More good news on ETF pricing
by Wayne Ferbert on October 16th, 2012
iShares announced a price cut on several of its key ETFs this week - furthering the "modest" price war that has been on- going in this space for some time now. This is great news for the Buy and Hedge investor.
We already prefer ETFs because of their low costs and often liquid options markets. If the costs just got even lower, then our portfolio says thank you! Several online brokerages have already lowered or eliminated commissions on many ETFs. Plus Schwab lowered its fees recently on some of its own home grown funds.
The price cuts by iShares are meaningful to iShares though the investor will notice only small changes when measured in dollar terms. For instance, the iShares S&P Total market ETF is being cut from 20 bps to 7 bps. For the investor, 20 bps was already quite low. The cut will barely be noticeable. But a 65% cut in the revenue for this fund for iShares is significant.
I say 'kudos' to iShares for doing what is right for their clients and bringing their fees in line with their competitors.
The move is an interesting one. iShares is owned by Blackrock and they enjoy the largest market share in the ETF space at over 40%. However, Vanguard has been eating in to the market share of iShares for the past 2 years by offering lower cost alternatives. This move looks like a reaction to Vanguard's success.
In general, we are fans of Vanguard's low cost approach as a pioneer in the indexing space. The problem with Vanguard is the lack of options that trade on their ETFs. Most of their ETFs do not have options. Of the Vanguard ETFs that do offer options, most are not liquid enough to reliably buy and sell. So, as a Buy and Hedge investor, the Vanguard ETFs become problematic.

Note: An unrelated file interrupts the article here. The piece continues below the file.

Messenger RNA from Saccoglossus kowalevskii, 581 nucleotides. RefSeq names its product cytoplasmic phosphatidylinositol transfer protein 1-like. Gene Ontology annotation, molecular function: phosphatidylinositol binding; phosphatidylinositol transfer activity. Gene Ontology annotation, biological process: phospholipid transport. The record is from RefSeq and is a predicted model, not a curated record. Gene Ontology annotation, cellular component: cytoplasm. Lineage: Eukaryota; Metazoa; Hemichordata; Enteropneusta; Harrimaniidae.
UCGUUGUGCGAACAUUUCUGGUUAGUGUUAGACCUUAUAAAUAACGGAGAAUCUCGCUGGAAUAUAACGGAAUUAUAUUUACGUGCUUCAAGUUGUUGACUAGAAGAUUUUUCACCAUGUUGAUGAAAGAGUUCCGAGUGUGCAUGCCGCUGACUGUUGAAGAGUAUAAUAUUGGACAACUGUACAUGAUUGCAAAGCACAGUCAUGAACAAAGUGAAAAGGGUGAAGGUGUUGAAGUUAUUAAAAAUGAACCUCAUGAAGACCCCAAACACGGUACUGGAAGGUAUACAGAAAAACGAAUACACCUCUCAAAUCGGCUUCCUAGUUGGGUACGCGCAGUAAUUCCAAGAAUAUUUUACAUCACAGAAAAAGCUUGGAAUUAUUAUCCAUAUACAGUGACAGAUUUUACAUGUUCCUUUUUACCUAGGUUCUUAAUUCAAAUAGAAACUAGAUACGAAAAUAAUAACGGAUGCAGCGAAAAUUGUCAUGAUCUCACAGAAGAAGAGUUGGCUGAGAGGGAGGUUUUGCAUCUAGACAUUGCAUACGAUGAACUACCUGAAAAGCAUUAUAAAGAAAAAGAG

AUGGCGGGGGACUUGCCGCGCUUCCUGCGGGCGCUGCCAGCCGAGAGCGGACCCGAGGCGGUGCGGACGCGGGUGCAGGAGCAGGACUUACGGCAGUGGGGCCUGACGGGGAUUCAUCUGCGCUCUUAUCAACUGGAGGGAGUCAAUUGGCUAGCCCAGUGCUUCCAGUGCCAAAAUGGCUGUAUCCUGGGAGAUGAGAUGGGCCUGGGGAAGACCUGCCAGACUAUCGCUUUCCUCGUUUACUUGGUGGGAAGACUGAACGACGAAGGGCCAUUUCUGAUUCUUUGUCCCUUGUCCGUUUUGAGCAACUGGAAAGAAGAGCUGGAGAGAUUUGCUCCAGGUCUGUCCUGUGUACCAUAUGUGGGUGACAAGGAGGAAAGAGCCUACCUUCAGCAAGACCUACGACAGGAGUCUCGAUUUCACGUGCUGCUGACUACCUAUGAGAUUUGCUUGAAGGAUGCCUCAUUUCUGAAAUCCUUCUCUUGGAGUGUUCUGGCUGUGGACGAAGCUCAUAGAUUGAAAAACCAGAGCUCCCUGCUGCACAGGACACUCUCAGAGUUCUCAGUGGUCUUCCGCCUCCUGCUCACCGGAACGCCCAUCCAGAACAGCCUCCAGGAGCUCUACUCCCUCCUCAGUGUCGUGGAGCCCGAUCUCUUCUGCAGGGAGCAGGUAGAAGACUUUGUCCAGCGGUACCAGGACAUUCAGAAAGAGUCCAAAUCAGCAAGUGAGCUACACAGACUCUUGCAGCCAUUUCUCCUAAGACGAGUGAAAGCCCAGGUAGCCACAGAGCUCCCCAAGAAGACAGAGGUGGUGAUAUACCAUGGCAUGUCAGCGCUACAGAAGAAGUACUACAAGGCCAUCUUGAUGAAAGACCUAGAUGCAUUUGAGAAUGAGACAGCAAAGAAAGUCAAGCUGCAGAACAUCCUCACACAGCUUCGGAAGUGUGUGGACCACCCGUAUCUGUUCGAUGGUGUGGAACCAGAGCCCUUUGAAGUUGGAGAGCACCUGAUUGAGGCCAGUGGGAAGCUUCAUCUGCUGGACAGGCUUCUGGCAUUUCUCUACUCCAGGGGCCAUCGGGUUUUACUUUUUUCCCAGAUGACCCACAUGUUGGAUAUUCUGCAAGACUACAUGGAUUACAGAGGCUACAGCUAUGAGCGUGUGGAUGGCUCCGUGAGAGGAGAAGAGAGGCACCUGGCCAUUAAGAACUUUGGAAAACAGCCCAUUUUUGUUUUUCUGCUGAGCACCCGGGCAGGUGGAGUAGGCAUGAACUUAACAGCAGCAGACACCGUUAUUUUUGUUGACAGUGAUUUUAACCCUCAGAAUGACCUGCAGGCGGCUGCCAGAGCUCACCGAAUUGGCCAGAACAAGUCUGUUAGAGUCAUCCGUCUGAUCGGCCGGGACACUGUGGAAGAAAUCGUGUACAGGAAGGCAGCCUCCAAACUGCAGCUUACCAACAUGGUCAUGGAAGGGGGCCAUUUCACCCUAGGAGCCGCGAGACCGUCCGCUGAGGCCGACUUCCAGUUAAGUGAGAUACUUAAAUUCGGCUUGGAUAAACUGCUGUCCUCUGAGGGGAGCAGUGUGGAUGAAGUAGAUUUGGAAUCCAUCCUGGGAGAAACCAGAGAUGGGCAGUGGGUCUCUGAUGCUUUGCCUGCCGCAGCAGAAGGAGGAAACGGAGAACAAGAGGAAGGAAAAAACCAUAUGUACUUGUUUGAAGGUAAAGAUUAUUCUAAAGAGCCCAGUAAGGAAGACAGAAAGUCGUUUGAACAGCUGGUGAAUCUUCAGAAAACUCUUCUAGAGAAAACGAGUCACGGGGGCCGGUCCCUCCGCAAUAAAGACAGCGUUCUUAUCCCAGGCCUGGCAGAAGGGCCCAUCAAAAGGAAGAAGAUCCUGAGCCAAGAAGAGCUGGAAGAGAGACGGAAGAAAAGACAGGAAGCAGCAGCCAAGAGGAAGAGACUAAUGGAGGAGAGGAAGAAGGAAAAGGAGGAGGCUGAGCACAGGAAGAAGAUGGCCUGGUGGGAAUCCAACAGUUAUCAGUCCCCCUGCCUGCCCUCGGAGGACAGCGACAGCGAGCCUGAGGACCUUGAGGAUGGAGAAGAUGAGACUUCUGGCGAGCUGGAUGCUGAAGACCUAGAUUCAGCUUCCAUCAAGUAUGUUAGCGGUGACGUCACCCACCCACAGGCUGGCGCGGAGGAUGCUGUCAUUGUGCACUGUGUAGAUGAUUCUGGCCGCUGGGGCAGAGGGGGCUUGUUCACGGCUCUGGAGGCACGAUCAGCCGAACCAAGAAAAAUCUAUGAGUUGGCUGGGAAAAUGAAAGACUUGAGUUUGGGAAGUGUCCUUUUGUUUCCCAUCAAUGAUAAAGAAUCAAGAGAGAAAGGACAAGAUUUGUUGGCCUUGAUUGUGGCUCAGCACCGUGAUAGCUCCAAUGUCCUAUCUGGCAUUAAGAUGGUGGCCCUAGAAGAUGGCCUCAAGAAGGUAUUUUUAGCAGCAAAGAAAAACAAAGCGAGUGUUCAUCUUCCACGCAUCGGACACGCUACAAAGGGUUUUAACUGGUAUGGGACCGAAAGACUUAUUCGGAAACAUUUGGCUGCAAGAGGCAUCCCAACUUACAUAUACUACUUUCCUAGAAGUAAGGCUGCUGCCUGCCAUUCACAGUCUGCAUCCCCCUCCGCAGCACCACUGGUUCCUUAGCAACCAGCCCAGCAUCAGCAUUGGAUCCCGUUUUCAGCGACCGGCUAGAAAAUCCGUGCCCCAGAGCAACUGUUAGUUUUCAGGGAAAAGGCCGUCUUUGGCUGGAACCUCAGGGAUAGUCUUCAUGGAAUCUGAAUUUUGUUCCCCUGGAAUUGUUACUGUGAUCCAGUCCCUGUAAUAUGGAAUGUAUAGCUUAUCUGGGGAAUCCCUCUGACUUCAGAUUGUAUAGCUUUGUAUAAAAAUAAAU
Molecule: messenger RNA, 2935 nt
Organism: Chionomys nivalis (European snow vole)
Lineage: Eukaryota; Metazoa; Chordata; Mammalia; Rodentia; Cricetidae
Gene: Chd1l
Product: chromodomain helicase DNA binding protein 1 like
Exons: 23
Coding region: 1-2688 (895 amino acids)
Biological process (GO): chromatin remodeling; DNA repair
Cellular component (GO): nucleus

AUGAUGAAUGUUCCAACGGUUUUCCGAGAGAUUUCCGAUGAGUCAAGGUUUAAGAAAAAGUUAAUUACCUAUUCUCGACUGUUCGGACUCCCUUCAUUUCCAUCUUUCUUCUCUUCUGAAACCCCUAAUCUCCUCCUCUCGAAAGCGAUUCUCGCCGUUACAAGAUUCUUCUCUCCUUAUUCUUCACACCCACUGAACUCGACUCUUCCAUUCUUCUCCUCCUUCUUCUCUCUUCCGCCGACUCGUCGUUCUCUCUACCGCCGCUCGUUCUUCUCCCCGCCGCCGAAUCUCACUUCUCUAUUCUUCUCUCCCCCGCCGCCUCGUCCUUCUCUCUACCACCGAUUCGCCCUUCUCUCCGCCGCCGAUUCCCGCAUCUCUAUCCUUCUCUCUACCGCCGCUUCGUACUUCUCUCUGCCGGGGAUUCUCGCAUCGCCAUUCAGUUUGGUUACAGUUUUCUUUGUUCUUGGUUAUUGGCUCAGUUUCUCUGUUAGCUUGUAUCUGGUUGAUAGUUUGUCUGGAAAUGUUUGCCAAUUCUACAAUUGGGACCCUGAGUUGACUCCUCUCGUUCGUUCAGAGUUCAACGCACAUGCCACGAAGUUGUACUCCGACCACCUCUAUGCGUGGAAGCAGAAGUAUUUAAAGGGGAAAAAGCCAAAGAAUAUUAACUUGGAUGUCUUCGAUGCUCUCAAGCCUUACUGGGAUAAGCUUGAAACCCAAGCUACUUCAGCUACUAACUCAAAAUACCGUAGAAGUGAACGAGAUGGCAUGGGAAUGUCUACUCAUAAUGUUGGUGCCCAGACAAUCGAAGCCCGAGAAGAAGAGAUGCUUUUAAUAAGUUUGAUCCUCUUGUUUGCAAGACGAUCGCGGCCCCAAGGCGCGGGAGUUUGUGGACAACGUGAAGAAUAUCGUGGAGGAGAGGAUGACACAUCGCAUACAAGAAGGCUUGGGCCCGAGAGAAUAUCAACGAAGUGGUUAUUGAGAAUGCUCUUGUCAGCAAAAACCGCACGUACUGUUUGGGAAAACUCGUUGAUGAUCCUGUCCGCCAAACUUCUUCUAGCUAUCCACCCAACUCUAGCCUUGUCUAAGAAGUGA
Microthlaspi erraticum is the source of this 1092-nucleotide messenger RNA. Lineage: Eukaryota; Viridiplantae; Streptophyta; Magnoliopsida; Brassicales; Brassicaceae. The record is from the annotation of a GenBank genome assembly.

That is why this announcement by iShares is so encouraging. We'll need to take a closer look at the markets for the new Core line of ETFs from iShares and start to track them here on this site as tools that are Buy and Hedge worthy - or not.
At first glance, I am not encouraged by the options markets on several of the existing ETFs that already exist that are part of the Core line. For instance, the ISI, IVV, IJH, AGG, and IJR all have weak or non-existent options markets.
Maybe the new line of ETFs being launched as part of the core line will have more robust options markets sometime after issuance.
Ultimately, a lower cost ETF family is a good thing for investors. But without an options market to go with it, the Buy and Hedge investor would be left with only the alternative to build a portfolio hedge with a different product. That isn't the end of the world - but it's not ideal either.
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